This week, POST NEW is visiting artists at their studios around the New York area. Today, we are welcomed into the psychedelic world of Travess Smalley, as he introduces us to his workspace in Jersey City, and to some of the work that he creates there.
POST NEW: Where is your studio based?
Travess Smalley: The top floor of a fabrication warehouse In Jersey City, NJ - right across the Hudson from the Financial District, Manhattan. It is in an empty warehouse area that is eerily polished and clean. Lots of late night BMW cruisers and smoke filled cars.
PN: What do you like about its location?
TS: I have a complete wood shop, lots of wall space, huge window for natural light, nice neighbors and a comercial woodshop downstairs that doesn't mind me mucking through their lumber scraps. I can make messes. The studio isn't far from my place either. The walk is about the length of a phone call to a family member.
PN: Are you influenced by any particular art movements?
TS: Of course, there are so many influences - I could ramble for hours...: Abstract animation from the likes of Stan Vanderbeek, James and John Whitney, and Jordan Belson. Constantin Brancusi's photographs and films of his studio and sculpture. Commercial surf wear (specifically old Ocean Pacific, Body Glove, and Trapper Keeper styles). The graphic design and imagery of rave posters and flyers. Abstract Expressionism. The energy and form of Futurism. Kenneth Anger. Richard Tuttle. Adobe Systems. Online video tutorials. Yuichi Yokoyama's drawings and manga/comic/panels. Enzo Mari. Franz West. Rachel Harrison. Aaron Curry. screensavers. Sterling Ruby. Michael Bell Smith. Travis Hallenbeck. Yohji Yamamoto. The Memphis Group but most specifically Nathalie du Pasquier's textiles and her paintings. John Carpenter's filmography from 'The Fog' to 'In The Mouth of Madness'. Eric Rohmer and Louis Malle. Hans-Joachim Roedelius's prolific and beautiful discography. Brian Eno. El Cometa De Madrid. Stuart Davis. Luigi Ghiri's photography. The Durutti Column. Fact Magazine mixes. The later year works of Pablo Picasso and Matisse. Vincent Facteau's paper mache sculptures. Bruno Munari as a designer, educator, and maker of books. The sci-fi classics - Ursula K. LeGuin, Philip K. Dick, Jorge Luis Borges, Italo Calvino, Frank Herbert, and William Gibson. And most continuously my lover Kaela.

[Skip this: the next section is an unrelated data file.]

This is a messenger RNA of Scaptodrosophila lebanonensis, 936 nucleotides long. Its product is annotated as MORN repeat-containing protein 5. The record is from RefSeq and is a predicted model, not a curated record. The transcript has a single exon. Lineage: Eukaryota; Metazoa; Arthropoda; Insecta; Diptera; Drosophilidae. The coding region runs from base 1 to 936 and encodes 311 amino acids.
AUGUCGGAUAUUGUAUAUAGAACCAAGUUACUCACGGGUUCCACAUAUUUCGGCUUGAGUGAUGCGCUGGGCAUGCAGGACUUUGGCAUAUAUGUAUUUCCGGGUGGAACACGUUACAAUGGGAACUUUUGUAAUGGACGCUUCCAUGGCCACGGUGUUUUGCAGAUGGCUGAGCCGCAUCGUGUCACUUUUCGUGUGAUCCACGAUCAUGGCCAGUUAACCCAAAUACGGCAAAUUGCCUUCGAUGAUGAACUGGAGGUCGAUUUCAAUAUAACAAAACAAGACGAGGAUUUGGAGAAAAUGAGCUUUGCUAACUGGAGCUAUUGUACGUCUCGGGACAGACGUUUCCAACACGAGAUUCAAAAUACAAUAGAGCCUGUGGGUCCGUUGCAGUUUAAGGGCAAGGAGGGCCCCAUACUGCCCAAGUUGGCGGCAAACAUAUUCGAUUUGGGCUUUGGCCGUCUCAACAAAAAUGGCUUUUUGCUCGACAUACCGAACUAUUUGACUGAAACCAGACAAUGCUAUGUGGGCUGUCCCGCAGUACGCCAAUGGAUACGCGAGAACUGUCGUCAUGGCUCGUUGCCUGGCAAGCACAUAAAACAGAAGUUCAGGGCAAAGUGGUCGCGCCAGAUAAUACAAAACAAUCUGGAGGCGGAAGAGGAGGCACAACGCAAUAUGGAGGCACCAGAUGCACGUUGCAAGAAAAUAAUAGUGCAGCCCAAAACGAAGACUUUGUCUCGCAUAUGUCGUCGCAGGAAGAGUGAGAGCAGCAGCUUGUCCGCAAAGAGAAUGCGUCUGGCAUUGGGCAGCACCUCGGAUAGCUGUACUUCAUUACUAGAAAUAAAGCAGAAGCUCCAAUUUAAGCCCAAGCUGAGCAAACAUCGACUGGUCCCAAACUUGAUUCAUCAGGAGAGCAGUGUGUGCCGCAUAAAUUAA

PN: What's that you're working on?
TS: I am balancing a few different projects right now. - I just finished a series of abstract computer graphics for my digital solo exhibition on www.bubblebyte.org - I have been working on 'Compositions in Clay', a series of prints made by packing clay on top of scanner beds. The large photographic prints are made by applying various clays to digital scanner bed and then scanning at the scanner's highest possible resolution. (Take a look here). I've been making plaster vases in my studio. The vase forms have gotten further and further away from the traditional idea of a vase to the ones I'm making now that are practically not functional at all haha. The form, texture and color of the sculptures have become more important than its functionality. I've been painting fake flowers and photographing them too. I'm working with a professional printer on a series of 8 ft x 10 ft stretched vinyl prints from my series Acid Graphic that explores the imagery, signage, and abstraction of past psychedelic/cyberdelic cultures.